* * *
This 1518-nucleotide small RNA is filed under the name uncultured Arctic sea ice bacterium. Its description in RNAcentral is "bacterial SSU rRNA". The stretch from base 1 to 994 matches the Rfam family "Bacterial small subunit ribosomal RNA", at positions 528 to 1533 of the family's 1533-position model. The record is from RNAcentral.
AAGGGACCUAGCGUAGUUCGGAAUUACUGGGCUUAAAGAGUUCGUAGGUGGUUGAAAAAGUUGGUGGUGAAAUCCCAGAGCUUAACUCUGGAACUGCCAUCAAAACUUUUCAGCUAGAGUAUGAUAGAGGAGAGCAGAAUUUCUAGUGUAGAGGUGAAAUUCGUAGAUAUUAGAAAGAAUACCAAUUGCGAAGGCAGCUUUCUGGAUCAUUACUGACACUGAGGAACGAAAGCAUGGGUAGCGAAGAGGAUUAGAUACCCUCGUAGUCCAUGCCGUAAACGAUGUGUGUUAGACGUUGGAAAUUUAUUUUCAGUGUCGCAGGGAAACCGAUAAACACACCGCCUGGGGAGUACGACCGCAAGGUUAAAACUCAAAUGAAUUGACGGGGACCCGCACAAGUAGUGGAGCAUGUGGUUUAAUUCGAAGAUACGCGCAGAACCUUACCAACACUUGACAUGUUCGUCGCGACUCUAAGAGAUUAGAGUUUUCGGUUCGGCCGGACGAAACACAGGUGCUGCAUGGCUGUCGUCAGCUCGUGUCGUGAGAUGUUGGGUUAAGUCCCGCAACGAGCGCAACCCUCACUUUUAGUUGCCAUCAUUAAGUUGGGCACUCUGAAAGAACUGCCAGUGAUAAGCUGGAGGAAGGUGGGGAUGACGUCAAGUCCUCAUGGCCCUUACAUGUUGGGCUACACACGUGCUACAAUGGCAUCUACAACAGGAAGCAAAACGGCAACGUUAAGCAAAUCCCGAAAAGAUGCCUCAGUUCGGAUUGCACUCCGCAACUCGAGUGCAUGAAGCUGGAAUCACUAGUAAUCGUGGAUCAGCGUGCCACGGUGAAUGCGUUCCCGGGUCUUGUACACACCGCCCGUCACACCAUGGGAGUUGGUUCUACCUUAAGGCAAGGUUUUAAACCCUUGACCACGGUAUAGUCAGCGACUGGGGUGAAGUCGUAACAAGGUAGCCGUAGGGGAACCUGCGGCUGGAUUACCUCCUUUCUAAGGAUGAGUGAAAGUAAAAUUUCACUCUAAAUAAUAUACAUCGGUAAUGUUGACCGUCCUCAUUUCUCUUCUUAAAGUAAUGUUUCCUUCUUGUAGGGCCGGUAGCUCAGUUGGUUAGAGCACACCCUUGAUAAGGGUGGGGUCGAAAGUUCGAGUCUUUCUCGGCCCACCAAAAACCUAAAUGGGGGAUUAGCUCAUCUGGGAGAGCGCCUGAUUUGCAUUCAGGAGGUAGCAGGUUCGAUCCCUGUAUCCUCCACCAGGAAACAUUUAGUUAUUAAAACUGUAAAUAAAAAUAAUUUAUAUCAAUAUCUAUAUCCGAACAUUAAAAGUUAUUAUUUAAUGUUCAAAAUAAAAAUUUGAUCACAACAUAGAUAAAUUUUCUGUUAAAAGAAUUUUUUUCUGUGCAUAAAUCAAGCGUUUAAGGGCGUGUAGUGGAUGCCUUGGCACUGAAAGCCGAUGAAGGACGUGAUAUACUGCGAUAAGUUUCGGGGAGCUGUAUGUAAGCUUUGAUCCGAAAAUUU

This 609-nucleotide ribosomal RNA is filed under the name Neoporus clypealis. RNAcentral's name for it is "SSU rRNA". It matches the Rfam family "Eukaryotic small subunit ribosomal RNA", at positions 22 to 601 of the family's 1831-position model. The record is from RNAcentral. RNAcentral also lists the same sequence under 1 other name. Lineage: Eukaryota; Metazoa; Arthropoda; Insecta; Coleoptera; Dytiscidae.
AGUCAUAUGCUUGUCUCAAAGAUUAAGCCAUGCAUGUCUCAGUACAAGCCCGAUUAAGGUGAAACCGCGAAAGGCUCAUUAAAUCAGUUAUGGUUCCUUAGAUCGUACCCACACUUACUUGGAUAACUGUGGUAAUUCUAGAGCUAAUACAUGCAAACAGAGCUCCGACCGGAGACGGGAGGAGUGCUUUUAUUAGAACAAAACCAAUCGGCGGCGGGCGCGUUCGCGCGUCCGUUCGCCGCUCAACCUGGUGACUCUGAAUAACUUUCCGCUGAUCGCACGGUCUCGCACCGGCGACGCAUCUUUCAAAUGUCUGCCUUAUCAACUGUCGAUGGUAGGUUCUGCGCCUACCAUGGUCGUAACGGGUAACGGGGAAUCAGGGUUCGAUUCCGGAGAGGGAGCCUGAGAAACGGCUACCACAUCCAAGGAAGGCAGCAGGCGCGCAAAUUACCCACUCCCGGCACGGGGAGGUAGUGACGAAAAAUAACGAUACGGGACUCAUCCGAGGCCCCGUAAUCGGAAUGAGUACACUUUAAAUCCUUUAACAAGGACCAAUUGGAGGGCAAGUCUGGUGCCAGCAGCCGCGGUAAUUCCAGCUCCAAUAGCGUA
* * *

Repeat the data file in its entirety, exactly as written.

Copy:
This 1518-nucleotide small RNA is filed under the name uncultured Arctic sea ice bacterium. Its description in RNAcentral is "bacterial SSU rRNA". The stretch from base 1 to 994 matches the Rfam family "Bacterial small subunit ribosomal RNA", at positions 528 to 1533 of the family's 1533-position model. The record is from RNAcentral.
AAGGGACCUAGCGUAGUUCGGAAUUACUGGGCUUAAAGAGUUCGUAGGUGGUUGAAAAAGUUGGUGGUGAAAUCCCAGAGCUUAACUCUGGAACUGCCAUCAAAACUUUUCAGCUAGAGUAUGAUAGAGGAGAGCAGAAUUUCUAGUGUAGAGGUGAAAUUCGUAGAUAUUAGAAAGAAUACCAAUUGCGAAGGCAGCUUUCUGGAUCAUUACUGACACUGAGGAACGAAAGCAUGGGUAGCGAAGAGGAUUAGAUACCCUCGUAGUCCAUGCCGUAAACGAUGUGUGUUAGACGUUGGAAAUUUAUUUUCAGUGUCGCAGGGAAACCGAUAAACACACCGCCUGGGGAGUACGACCGCAAGGUUAAAACUCAAAUGAAUUGACGGGGACCCGCACAAGUAGUGGAGCAUGUGGUUUAAUUCGAAGAUACGCGCAGAACCUUACCAACACUUGACAUGUUCGUCGCGACUCUAAGAGAUUAGAGUUUUCGGUUCGGCCGGACGAAACACAGGUGCUGCAUGGCUGUCGUCAGCUCGUGUCGUGAGAUGUUGGGUUAAGUCCCGCAACGAGCGCAACCCUCACUUUUAGUUGCCAUCAUUAAGUUGGGCACUCUGAAAGAACUGCCAGUGAUAAGCUGGAGGAAGGUGGGGAUGACGUCAAGUCCUCAUGGCCCUUACAUGUUGGGCUACACACGUGCUACAAUGGCAUCUACAACAGGAAGCAAAACGGCAACGUUAAGCAAAUCCCGAAAAGAUGCCUCAGUUCGGAUUGCACUCCGCAACUCGAGUGCAUGAAGCUGGAAUCACUAGUAAUCGUGGAUCAGCGUGCCACGGUGAAUGCGUUCCCGGGUCUUGUACACACCGCCCGUCACACCAUGGGAGUUGGUUCUACCUUAAGGCAAGGUUUUAAACCCUUGACCACGGUAUAGUCAGCGACUGGGGUGAAGUCGUAACAAGGUAGCCGUAGGGGAACCUGCGGCUGGAUUACCUCCUUUCUAAGGAUGAGUGAAAGUAAAAUUUCACUCUAAAUAAUAUACAUCGGUAAUGUUGACCGUCCUCAUUUCUCUUCUUAAAGUAAUGUUUCCUUCUUGUAGGGCCGGUAGCUCAGUUGGUUAGAGCACACCCUUGAUAAGGGUGGGGUCGAAAGUUCGAGUCUUUCUCGGCCCACCAAAAACCUAAAUGGGGGAUUAGCUCAUCUGGGAGAGCGCCUGAUUUGCAUUCAGGAGGUAGCAGGUUCGAUCCCUGUAUCCUCCACCAGGAAACAUUUAGUUAUUAAAACUGUAAAUAAAAAUAAUUUAUAUCAAUAUCUAUAUCCGAACAUUAAAAGUUAUUAUUUAAUGUUCAAAAUAAAAAUUUGAUCACAACAUAGAUAAAUUUUCUGUUAAAAGAAUUUUUUUCUGUGCAUAAAUCAAGCGUUUAAGGGCGUGUAGUGGAUGCCUUGGCACUGAAAGCCGAUGAAGGACGUGAUAUACUGCGAUAAGUUUCGGGGAGCUGUAUGUAAGCUUUGAUCCGAAAAUUU

This 609-nucleotide ribosomal RNA is filed under the name Neoporus clypealis. RNAcentral's name for it is "SSU rRNA". It matches the Rfam family "Eukaryotic small subunit ribosomal RNA", at positions 22 to 601 of the family's 1831-position model. The record is from RNAcentral. RNAcentral also lists the same sequence under 1 other name. Lineage: Eukaryota; Metazoa; Arthropoda; Insecta; Coleoptera; Dytiscidae.
AGUCAUAUGCUUGUCUCAAAGAUUAAGCCAUGCAUGUCUCAGUACAAGCCCGAUUAAGGUGAAACCGCGAAAGGCUCAUUAAAUCAGUUAUGGUUCCUUAGAUCGUACCCACACUUACUUGGAUAACUGUGGUAAUUCUAGAGCUAAUACAUGCAAACAGAGCUCCGACCGGAGACGGGAGGAGUGCUUUUAUUAGAACAAAACCAAUCGGCGGCGGGCGCGUUCGCGCGUCCGUUCGCCGCUCAACCUGGUGACUCUGAAUAACUUUCCGCUGAUCGCACGGUCUCGCACCGGCGACGCAUCUUUCAAAUGUCUGCCUUAUCAACUGUCGAUGGUAGGUUCUGCGCCUACCAUGGUCGUAACGGGUAACGGGGAAUCAGGGUUCGAUUCCGGAGAGGGAGCCUGAGAAACGGCUACCACAUCCAAGGAAGGCAGCAGGCGCGCAAAUUACCCACUCCCGGCACGGGGAGGUAGUGACGAAAAAUAACGAUACGGGACUCAUCCGAGGCCCCGUAAUCGGAAUGAGUACACUUUAAAUCCUUUAACAAGGACCAAUUGGAGGGCAAGUCUGGUGCCAGCAGCCGCGGUAAUUCCAGCUCCAAUAGCGUA